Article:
The majority of makers I come across ( and I meet a lot ), think about the work they do, they 'analyze' why and what materials they use,  it's not a passing fancy at all . We all have differences in our work methods hopefully the shoes we produce meet client's expectations.

I am not faulting you for choosing nails. I am seeking to understand your thinking. The suggestion was made...offhand I am sure...that neither is superior to the other. Which begs the question of why you or I make the choices we make.

I understand that you have not seen what I have seen in this regard. Maybe my repair experiences give me some insights and perspectives that a pure maker doesn't have? No matter, I sincerely thank you for acknowledging that it might be so--that I am relating real experiences that I have had, and consequently don't have to scrounge up photographic evidence to support my assertions.

I meant, and mean, no offense but my remarks about "passing fancy" were only to suggest that "I do it because that's the way I do it." doesn't reveal much. If we don't...or can't...even acknowledge that nails do rust, incontrovertibly, and that rust is destructive to vegetable tanned leather, then, in my mind we too casually dismiss the most important information we need to make a choice.

Let me ask you...you say the reason you choose nails is because you "like the way they hold work together solidly." Fair enough (although not quite what I was hoping for).

But have you ever pegged a heel together? Do you have any evidence, or even individual experience, that pegs don't hold work together just as solidly? Just as solidly as nails?

I've been pegging shoes and boots for near on 45 years+. In the waist for boots...and heel seats and heels on both shoes and boots up to 2-1/4" height ...and I've never had a heel come apart, even in extreme weather and under the duress of hard riding. That said, I know the weaknesses of pegging and will be (and have been) the first to admit to them. Here and elsewhere.

I also have seen nails used on manufactured boots and shoes in similar if not identical circumstances and I know both the solidity that you speak of (often because of rust and the clinching of the nail) and the weaknesses (for much the same reasons).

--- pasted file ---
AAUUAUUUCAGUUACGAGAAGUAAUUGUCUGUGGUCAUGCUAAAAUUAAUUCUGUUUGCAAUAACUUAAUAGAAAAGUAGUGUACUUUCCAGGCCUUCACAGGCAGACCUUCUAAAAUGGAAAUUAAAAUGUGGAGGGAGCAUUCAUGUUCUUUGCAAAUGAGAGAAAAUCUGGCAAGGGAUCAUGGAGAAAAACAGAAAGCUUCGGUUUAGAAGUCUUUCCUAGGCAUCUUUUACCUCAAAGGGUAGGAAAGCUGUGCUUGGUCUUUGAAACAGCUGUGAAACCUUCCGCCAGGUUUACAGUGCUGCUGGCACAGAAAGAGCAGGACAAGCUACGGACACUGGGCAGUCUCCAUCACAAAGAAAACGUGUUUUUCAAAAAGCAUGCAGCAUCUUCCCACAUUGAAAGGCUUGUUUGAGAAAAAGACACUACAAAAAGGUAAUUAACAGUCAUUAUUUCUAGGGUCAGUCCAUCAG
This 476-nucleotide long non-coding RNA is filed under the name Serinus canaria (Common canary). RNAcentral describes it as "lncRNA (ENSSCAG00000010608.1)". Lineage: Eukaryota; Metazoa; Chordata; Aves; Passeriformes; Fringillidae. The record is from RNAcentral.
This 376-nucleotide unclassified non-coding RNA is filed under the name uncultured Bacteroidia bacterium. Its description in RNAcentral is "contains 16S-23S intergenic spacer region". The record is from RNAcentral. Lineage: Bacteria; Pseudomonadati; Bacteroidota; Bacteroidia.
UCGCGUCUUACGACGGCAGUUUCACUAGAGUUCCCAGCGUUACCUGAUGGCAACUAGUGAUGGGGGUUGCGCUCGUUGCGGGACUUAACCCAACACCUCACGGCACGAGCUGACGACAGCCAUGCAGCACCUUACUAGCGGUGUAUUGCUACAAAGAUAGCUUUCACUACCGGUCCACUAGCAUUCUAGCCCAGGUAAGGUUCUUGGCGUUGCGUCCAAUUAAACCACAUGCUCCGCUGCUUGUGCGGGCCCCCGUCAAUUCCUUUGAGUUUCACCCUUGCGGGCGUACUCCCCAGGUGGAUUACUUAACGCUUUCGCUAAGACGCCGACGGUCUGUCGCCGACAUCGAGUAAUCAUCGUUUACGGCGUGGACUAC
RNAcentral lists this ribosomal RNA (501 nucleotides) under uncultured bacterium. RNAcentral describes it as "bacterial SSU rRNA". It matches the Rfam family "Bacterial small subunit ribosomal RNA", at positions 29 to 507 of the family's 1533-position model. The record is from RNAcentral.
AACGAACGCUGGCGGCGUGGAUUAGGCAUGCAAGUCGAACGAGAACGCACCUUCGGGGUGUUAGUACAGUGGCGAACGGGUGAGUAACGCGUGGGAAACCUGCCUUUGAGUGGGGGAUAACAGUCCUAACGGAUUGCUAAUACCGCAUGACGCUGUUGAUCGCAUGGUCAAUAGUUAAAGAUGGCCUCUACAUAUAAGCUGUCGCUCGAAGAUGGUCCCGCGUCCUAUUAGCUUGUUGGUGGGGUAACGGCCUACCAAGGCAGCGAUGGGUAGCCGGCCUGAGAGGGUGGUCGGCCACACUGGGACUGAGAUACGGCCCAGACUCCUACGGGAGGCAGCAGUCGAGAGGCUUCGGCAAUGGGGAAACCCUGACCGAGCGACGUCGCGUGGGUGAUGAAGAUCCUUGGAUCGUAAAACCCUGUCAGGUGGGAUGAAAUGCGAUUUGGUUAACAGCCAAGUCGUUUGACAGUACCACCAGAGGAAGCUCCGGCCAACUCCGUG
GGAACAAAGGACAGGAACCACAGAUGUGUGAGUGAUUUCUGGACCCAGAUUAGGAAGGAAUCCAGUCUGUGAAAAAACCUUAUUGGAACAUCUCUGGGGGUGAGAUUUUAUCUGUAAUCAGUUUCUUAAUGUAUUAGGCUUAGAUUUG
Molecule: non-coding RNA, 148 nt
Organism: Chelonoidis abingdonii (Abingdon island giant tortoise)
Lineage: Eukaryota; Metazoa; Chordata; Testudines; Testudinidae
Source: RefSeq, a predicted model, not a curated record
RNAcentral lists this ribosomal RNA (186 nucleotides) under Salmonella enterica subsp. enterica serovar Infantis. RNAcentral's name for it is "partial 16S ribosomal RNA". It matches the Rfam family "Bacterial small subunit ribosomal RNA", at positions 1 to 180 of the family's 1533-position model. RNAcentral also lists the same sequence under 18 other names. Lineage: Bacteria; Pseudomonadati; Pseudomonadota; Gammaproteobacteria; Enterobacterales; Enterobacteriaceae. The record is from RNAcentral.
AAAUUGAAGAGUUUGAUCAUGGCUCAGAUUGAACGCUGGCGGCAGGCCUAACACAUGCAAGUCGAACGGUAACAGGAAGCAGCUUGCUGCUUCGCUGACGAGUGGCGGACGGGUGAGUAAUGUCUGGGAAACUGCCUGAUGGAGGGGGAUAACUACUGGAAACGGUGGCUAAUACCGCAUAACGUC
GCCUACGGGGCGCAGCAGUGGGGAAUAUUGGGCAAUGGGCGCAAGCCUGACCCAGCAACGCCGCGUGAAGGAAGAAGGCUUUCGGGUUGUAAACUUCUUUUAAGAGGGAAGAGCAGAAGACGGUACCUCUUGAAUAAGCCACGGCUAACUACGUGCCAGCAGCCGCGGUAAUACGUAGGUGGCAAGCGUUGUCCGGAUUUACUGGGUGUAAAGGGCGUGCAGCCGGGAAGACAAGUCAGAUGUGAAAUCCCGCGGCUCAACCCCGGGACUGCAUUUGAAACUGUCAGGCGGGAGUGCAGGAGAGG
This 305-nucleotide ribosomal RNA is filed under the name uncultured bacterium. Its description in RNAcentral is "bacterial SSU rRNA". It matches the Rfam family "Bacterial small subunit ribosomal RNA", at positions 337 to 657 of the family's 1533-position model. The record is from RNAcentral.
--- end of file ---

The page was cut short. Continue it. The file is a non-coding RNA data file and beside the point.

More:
I admit the weaknesses of pegs...I'd like to have some insights into why the inherent weaknesses of nails (specifically the rusting issue, which is a scientific fact) don't matter. And esp. don't matter to people...such as Nicholas and yourself...who, and whose opinions, I respect.

edited for punctuation and clarity
Edited by DWFII - 4/6/16 at 10:16am
post #1102 of 1710
So, in terms of heel stacks and their attachment, I am not sure I have heard a reason why nails are better than pegs, other than that they potentially make rebuilds easier or that they save time or they are somehow less expensive, overall. Do pegs when used by a skilled maker ever break or rot? Do pegs fail in any conditions more frequently than nails do?

It would make sense to me that a man who makes boots for people who spend a lot of time outdoors might be more familiar with the effects of challenging conditions, as compared to men who spend most of their time making dress shoes for wealthy men, who probably wear something different when visiting the country. Nobody expects dress shoes to do well in rough conditions, so they probably put them through a lot less, than guys who figure boots, even expensive ones, are meant to be worn in even wet conditions while caring for one's horses or riding them. It would also seem that boots being slid in and out of stirrups would place more stress on heels, or, at the least, a different stress on them.

As a guy who knows nothing about shoemaking, I am just commenting on what has been said in this thread and asking questions so I can learn a little more about the topic from a consumer's point-of-view.

One issue is how a person represents himself and his products. If I say "I make good shoes; here's what they cost; they should work well for you," I can cut plenty of corners and improve efficiency as long as the product functions "okay." If I say, "I make some of the finest shoes in the world, with all the best methods, and charge 20 times what a basically functional shoe would cost because this takes a lot of extra time and expertise" then I darn well better have a reason beyond something being "good enough" for using it in my products.

So, how about somebody tell me why I would want nails, instead of pegs, in the heels of my shoes? Otherwise, I can only take DW's word for it, based on his experience, that pegs are slightly better.

Edit: I wrote this while DW made the above post, so it doesn't incorporate that information.
post #1103 of 1710